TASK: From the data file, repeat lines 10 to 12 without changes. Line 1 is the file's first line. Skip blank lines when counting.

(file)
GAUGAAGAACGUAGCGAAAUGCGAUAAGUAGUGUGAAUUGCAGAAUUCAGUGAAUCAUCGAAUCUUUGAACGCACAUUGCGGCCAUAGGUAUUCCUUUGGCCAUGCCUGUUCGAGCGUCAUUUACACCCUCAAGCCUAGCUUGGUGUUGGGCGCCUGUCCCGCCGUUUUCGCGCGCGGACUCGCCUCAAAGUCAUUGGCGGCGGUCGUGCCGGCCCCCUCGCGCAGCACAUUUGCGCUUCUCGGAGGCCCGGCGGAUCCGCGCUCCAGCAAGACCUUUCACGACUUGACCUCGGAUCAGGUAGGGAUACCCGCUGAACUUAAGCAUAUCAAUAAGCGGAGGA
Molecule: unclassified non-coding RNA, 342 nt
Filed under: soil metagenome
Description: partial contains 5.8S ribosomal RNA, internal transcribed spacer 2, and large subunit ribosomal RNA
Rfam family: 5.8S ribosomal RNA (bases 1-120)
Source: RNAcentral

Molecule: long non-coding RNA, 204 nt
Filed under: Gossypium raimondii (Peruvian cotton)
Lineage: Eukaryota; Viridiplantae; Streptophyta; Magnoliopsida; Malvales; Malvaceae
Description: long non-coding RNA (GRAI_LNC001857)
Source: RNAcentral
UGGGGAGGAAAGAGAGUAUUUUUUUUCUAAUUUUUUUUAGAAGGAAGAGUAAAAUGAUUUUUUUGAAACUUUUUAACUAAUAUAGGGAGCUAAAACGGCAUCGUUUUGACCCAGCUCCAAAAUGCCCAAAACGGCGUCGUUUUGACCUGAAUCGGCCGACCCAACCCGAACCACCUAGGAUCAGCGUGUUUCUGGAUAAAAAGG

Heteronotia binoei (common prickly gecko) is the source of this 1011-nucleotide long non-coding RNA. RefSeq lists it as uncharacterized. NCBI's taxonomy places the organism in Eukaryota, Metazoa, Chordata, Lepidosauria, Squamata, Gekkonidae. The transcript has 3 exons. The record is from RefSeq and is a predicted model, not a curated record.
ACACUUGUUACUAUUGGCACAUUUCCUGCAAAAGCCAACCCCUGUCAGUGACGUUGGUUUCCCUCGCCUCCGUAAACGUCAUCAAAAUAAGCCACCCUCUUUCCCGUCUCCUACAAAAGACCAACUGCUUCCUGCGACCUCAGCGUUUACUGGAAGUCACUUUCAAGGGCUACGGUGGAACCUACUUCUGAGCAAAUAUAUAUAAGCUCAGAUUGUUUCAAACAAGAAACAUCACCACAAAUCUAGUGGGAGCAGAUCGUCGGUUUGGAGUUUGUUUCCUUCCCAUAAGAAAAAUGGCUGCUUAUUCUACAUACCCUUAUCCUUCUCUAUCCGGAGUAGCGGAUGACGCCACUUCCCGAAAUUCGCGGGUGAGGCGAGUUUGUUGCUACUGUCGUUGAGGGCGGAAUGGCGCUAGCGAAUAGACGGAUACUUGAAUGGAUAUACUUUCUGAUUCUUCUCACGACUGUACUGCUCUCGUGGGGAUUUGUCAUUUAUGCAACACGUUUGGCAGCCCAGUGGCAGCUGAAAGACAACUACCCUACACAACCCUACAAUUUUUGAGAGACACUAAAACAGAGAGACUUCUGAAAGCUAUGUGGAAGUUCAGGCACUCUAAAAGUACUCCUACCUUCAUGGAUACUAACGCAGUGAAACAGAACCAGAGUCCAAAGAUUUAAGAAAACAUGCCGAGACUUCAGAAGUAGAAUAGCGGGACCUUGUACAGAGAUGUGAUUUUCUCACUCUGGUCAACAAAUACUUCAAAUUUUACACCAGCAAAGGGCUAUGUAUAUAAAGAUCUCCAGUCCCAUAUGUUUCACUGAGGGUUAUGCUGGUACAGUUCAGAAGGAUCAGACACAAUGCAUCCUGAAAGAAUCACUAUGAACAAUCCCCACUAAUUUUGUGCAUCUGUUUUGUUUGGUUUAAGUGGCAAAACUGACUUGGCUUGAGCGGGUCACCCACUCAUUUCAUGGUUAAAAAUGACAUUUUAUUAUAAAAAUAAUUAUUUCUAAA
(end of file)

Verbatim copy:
Description: long non-coding RNA (GRAI_LNC001857)
Source: RNAcentral
UGGGGAGGAAAGAGAGUAUUUUUUUUCUAAUUUUUUUUAGAAGGAAGAGUAAAAUGAUUUUUUUGAAACUUUUUAACUAAUAUAGGGAGCUAAAACGGCAUCGUUUUGACCCAGCUCCAAAAUGCCCAAAACGGCGUCGUUUUGACCUGAAUCGGCCGACCCAACCCGAACCACCUAGGAUCAGCGUGUUUCUGGAUAAAAAGG